TAMPA, Fla. — For James Ransom, a co-chair of the Tampa Organization of Black Affairs, the current controversies surrounding a massive city development in East Tampa can’t be understated.
“I would call it something bigger than a bump in the road,” he said. “It’s a chasm, and it has to be completely filled and has to be completely paved over properly for a smooth road ahead.”
On East Hanna Avenue, the City of Tampa is using $108 million in taxpayer funding to construct a new “City Center,” a government complex that will eventually house close to a dozen city departments and offer city residents a more centralized location for various city services.
Project leaders say the space will also include a public square, community meeting rooms, and places for bikes and scooters.
“It’s a very large project. $108 million is a lot of funds that the city is spending on this project,” Ransom said.
In recent weeks, however, community leaders, activists, contractors, and even members of Tampa City Council have questioned how the mayor’s office awarded the construction contract to DPR Construction, which broke ground on the project in January.
Some of them have expressed worry the city may not have followed the rules and guidelines for awarding such a construction contract. Some have pointed out that — after an agreement was made with DPR Construction in 2015 — the scope of the project grew exponentially from roughly $10 million to the $108 million price tag.
Activists like Ransom are also concerned about diversity, equity, and inclusion as the new government complex is constructed.
“As we understand it back then and now, the Black contractors who traditionally have a chance to bid on opportunities for a job like this were concerned that that opportunity was not made available to them,” he said.
“The population of Tampa is about 25% Hispanic and 24% African American, so it’s just reasonable as taxpayers and voters who happen to be Black that there’s some equity there that’s naturally built into something that significant,” Ransom continued.
In a memo made public Wednesday, a city attorney — writing on behalf of Mayor Jane Castor’s administration — assured Tampa City Council that rules were followed in approving a construction contract for the Hanna Avenue project.
“It is not unusual for the scope of complex City projects to evolve over time and for complex projects to be substantially delayed. In addition, it is not unusual for costs to exceed or vary from the original project estimate,” the attorney wrote, in part. “However, these factors do not mandate that the Hanna Avenue Project undergo a second (contract bidding) process.”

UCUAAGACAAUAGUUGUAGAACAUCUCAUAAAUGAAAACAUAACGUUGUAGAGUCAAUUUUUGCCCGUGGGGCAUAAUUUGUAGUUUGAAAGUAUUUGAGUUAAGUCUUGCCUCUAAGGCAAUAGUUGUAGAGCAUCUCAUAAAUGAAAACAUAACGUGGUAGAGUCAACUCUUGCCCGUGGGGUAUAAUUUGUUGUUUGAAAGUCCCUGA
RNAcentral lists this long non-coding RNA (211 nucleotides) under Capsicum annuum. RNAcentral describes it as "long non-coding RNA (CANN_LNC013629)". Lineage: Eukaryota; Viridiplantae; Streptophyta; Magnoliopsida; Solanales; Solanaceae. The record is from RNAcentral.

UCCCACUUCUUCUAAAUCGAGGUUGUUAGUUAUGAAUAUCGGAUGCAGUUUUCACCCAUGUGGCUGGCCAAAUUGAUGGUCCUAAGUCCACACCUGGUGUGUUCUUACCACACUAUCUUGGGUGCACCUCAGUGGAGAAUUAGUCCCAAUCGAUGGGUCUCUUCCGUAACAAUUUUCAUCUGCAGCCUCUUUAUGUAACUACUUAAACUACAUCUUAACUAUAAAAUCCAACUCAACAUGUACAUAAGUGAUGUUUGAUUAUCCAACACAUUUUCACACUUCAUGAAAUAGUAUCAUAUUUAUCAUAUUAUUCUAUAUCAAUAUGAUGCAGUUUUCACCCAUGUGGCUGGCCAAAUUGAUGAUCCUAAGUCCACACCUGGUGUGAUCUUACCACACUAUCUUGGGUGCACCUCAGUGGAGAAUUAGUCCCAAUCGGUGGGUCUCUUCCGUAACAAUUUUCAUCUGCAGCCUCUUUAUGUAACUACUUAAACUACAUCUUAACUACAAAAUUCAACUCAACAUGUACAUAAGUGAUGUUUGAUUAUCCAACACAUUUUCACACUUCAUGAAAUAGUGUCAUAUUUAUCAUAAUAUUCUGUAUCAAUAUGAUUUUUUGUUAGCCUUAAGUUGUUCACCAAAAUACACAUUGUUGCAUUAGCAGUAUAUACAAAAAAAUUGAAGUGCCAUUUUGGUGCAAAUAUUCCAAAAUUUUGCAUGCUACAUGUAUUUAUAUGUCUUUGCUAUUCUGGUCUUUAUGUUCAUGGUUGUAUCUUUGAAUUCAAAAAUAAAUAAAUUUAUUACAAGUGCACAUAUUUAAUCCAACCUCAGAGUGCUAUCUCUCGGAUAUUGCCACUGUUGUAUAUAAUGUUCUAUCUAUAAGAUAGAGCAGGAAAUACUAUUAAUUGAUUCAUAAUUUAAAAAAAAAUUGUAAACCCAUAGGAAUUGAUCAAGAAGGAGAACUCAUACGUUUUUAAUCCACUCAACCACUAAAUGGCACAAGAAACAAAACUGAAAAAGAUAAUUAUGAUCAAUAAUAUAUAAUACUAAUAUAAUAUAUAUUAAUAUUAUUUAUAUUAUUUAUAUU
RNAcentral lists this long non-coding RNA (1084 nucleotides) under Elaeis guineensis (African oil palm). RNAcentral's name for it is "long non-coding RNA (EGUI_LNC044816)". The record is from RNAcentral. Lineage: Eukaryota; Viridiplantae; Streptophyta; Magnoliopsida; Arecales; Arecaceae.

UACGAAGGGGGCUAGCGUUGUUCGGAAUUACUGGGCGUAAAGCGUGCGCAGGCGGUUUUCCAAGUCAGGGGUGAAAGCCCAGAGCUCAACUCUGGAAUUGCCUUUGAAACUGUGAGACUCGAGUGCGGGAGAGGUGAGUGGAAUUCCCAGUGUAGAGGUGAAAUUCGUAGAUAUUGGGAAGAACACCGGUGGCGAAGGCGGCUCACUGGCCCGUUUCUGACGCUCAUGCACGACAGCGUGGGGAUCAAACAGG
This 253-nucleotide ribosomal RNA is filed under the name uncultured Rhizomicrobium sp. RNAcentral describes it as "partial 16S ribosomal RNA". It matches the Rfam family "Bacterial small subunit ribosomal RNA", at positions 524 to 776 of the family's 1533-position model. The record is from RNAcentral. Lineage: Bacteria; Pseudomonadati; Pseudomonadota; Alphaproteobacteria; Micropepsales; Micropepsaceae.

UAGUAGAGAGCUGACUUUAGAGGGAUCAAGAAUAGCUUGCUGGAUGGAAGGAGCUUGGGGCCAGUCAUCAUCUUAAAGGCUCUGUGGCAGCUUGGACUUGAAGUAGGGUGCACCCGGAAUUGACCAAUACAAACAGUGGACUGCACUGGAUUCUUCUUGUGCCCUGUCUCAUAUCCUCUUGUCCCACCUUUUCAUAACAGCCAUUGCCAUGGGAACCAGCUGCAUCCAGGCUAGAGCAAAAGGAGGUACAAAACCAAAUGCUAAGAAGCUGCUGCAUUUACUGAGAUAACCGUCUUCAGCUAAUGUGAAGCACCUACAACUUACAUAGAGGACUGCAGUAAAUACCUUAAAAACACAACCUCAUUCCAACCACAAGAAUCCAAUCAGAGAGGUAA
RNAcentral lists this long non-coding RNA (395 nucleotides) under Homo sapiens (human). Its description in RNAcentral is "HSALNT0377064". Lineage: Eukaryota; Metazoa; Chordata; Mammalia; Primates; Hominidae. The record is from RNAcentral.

The memo said the mayor’s administration is also taking steps to ensure the project engages with small businesses and those owned by minorities and women. Last month, the city hired a designated diversity advocate to help achieve those goals.
However, the memo also denied a city council request to hear from the mayor’s administration directly during a Thursday meeting. It also warned council members that any attempt by the council to rescind or reverse the Hanna Avenue contract would potentially expose the city to “serious litigation and damage claims.”
To at least two members of Tampa City Council, the explanations included in the memo were not satisfactory, and Council Chair Orlando Gudes has since re-invited the mayor’s administration to appear at a council meeting on Mar. 17 to answer questions about the Hanna Ave. project.
“I believe all discussion, except involving litigation, must be discussed in the sunshine for the benefit of the public,” he wrote in a memo responding to the city attorney.
Councilman Bill Carlson echoed Gudes’ sentiment Wednesday.
“The administration’s memo leaves huge gaps in the facts and process surrounding procurement on this project. It also jumps to conclusions that may have legal flaws,” he wrote in a statement to ABC Action News. “The public deserves to know the truth about how their tax money is being spent. The administration should promote transparency rather than a shield of fear.”
According to the city website, the project is slated for a spring 2023 completion.